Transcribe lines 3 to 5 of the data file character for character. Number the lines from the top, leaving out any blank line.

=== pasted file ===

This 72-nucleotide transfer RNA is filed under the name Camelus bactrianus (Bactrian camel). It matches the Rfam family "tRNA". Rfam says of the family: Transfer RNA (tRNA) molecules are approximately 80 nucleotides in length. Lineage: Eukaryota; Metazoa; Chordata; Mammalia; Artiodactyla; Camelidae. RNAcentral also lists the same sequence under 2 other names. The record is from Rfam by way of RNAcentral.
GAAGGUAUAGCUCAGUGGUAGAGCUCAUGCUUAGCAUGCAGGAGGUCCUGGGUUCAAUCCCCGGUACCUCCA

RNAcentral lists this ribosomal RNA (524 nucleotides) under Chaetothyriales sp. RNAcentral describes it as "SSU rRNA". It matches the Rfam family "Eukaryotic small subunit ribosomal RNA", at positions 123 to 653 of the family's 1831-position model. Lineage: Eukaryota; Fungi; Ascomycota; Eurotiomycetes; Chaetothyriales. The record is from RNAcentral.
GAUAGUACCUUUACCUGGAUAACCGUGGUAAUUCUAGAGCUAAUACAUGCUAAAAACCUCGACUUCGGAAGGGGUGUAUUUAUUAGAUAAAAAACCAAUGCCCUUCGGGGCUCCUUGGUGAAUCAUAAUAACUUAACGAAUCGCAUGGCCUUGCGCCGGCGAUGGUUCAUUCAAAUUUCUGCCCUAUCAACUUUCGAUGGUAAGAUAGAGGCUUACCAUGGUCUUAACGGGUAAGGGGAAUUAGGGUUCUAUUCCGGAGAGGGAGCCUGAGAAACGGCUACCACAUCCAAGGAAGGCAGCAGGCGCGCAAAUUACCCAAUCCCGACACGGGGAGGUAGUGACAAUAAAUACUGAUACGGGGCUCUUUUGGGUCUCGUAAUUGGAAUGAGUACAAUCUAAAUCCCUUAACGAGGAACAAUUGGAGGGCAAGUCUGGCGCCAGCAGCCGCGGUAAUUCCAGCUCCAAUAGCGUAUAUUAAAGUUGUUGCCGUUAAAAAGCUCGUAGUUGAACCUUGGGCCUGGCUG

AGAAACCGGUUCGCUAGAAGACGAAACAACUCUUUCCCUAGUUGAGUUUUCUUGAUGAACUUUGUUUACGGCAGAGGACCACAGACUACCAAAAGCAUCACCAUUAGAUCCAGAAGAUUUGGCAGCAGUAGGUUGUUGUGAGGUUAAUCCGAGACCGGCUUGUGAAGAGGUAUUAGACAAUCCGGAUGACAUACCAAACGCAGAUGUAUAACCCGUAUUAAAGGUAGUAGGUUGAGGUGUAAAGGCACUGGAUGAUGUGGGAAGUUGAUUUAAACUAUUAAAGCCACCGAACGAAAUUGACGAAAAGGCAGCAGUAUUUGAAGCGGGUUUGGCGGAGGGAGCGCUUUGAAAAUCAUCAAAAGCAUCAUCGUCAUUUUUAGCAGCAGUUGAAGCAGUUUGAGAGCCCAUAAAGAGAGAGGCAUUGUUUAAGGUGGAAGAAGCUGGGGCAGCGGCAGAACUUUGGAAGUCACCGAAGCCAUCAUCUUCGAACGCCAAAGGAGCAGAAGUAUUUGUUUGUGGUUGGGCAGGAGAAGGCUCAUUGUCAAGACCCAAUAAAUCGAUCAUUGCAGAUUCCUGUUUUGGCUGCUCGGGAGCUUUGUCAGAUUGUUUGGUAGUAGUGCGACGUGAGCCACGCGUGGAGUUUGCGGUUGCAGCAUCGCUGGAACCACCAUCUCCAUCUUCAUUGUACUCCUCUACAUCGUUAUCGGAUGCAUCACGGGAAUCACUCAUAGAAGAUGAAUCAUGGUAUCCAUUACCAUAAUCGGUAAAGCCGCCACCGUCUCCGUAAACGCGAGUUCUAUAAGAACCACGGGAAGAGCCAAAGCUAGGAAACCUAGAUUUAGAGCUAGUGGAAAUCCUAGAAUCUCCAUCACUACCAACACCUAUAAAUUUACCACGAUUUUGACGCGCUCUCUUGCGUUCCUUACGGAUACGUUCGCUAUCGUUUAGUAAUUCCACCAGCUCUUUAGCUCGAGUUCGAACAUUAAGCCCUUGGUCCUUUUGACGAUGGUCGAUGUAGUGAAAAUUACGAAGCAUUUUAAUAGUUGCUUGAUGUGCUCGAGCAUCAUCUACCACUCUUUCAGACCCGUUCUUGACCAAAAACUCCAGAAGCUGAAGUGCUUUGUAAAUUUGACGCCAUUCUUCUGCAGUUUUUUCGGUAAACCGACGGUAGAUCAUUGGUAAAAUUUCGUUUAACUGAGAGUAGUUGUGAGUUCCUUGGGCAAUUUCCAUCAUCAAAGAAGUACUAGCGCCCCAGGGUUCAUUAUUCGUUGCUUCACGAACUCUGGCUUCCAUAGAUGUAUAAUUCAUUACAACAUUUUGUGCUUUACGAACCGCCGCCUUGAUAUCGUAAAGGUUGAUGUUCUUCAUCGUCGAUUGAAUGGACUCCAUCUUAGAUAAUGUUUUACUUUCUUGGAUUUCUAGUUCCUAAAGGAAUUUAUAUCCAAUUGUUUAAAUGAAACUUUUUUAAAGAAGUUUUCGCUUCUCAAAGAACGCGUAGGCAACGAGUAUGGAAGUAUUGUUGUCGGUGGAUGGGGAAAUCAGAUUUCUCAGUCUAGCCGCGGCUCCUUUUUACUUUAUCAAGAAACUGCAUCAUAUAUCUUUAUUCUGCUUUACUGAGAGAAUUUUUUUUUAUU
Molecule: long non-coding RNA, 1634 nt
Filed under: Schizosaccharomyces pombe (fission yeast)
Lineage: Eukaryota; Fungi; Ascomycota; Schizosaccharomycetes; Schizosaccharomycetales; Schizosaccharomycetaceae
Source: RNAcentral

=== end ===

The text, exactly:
RNAcentral lists this ribosomal RNA (524 nucleotides) under Chaetothyriales sp. RNAcentral describes it as "SSU rRNA". It matches the Rfam family "Eukaryotic small subunit ribosomal RNA", at positions 123 to 653 of the family's 1831-position model. Lineage: Eukaryota; Fungi; Ascomycota; Eurotiomycetes; Chaetothyriales. The record is from RNAcentral.
GAUAGUACCUUUACCUGGAUAACCGUGGUAAUUCUAGAGCUAAUACAUGCUAAAAACCUCGACUUCGGAAGGGGUGUAUUUAUUAGAUAAAAAACCAAUGCCCUUCGGGGCUCCUUGGUGAAUCAUAAUAACUUAACGAAUCGCAUGGCCUUGCGCCGGCGAUGGUUCAUUCAAAUUUCUGCCCUAUCAACUUUCGAUGGUAAGAUAGAGGCUUACCAUGGUCUUAACGGGUAAGGGGAAUUAGGGUUCUAUUCCGGAGAGGGAGCCUGAGAAACGGCUACCACAUCCAAGGAAGGCAGCAGGCGCGCAAAUUACCCAAUCCCGACACGGGGAGGUAGUGACAAUAAAUACUGAUACGGGGCUCUUUUGGGUCUCGUAAUUGGAAUGAGUACAAUCUAAAUCCCUUAACGAGGAACAAUUGGAGGGCAAGUCUGGCGCCAGCAGCCGCGGUAAUUCCAGCUCCAAUAGCGUAUAUUAAAGUUGUUGCCGUUAAAAAGCUCGUAGUUGAACCUUGGGCCUGGCUG

AGAAACCGGUUCGCUAGAAGACGAAACAACUCUUUCCCUAGUUGAGUUUUCUUGAUGAACUUUGUUUACGGCAGAGGACCACAGACUACCAAAAGCAUCACCAUUAGAUCCAGAAGAUUUGGCAGCAGUAGGUUGUUGUGAGGUUAAUCCGAGACCGGCUUGUGAAGAGGUAUUAGACAAUCCGGAUGACAUACCAAACGCAGAUGUAUAACCCGUAUUAAAGGUAGUAGGUUGAGGUGUAAAGGCACUGGAUGAUGUGGGAAGUUGAUUUAAACUAUUAAAGCCACCGAACGAAAUUGACGAAAAGGCAGCAGUAUUUGAAGCGGGUUUGGCGGAGGGAGCGCUUUGAAAAUCAUCAAAAGCAUCAUCGUCAUUUUUAGCAGCAGUUGAAGCAGUUUGAGAGCCCAUAAAGAGAGAGGCAUUGUUUAAGGUGGAAGAAGCUGGGGCAGCGGCAGAACUUUGGAAGUCACCGAAGCCAUCAUCUUCGAACGCCAAAGGAGCAGAAGUAUUUGUUUGUGGUUGGGCAGGAGAAGGCUCAUUGUCAAGACCCAAUAAAUCGAUCAUUGCAGAUUCCUGUUUUGGCUGCUCGGGAGCUUUGUCAGAUUGUUUGGUAGUAGUGCGACGUGAGCCACGCGUGGAGUUUGCGGUUGCAGCAUCGCUGGAACCACCAUCUCCAUCUUCAUUGUACUCCUCUACAUCGUUAUCGGAUGCAUCACGGGAAUCACUCAUAGAAGAUGAAUCAUGGUAUCCAUUACCAUAAUCGGUAAAGCCGCCACCGUCUCCGUAAACGCGAGUUCUAUAAGAACCACGGGAAGAGCCAAAGCUAGGAAACCUAGAUUUAGAGCUAGUGGAAAUCCUAGAAUCUCCAUCACUACCAACACCUAUAAAUUUACCACGAUUUUGACGCGCUCUCUUGCGUUCCUUACGGAUACGUUCGCUAUCGUUUAGUAAUUCCACCAGCUCUUUAGCUCGAGUUCGAACAUUAAGCCCUUGGUCCUUUUGACGAUGGUCGAUGUAGUGAAAAUUACGAAGCAUUUUAAUAGUUGCUUGAUGUGCUCGAGCAUCAUCUACCACUCUUUCAGACCCGUUCUUGACCAAAAACUCCAGAAGCUGAAGUGCUUUGUAAAUUUGACGCCAUUCUUCUGCAGUUUUUUCGGUAAACCGACGGUAGAUCAUUGGUAAAAUUUCGUUUAACUGAGAGUAGUUGUGAGUUCCUUGGGCAAUUUCCAUCAUCAAAGAAGUACUAGCGCCCCAGGGUUCAUUAUUCGUUGCUUCACGAACUCUGGCUUCCAUAGAUGUAUAAUUCAUUACAACAUUUUGUGCUUUACGAACCGCCGCCUUGAUAUCGUAAAGGUUGAUGUUCUUCAUCGUCGAUUGAAUGGACUCCAUCUUAGAUAAUGUUUUACUUUCUUGGAUUUCUAGUUCCUAAAGGAAUUUAUAUCCAAUUGUUUAAAUGAAACUUUUUUAAAGAAGUUUUCGCUUCUCAAAGAACGCGUAGGCAACGAGUAUGGAAGUAUUGUUGUCGGUGGAUGGGGAAAUCAGAUUUCUCAGUCUAGCCGCGGCUCCUUUUUACUUUAUCAAGAAACUGCAUCAUAUAUCUUUAUUCUGCUUUACUGAGAGAAUUUUUUUUUAUU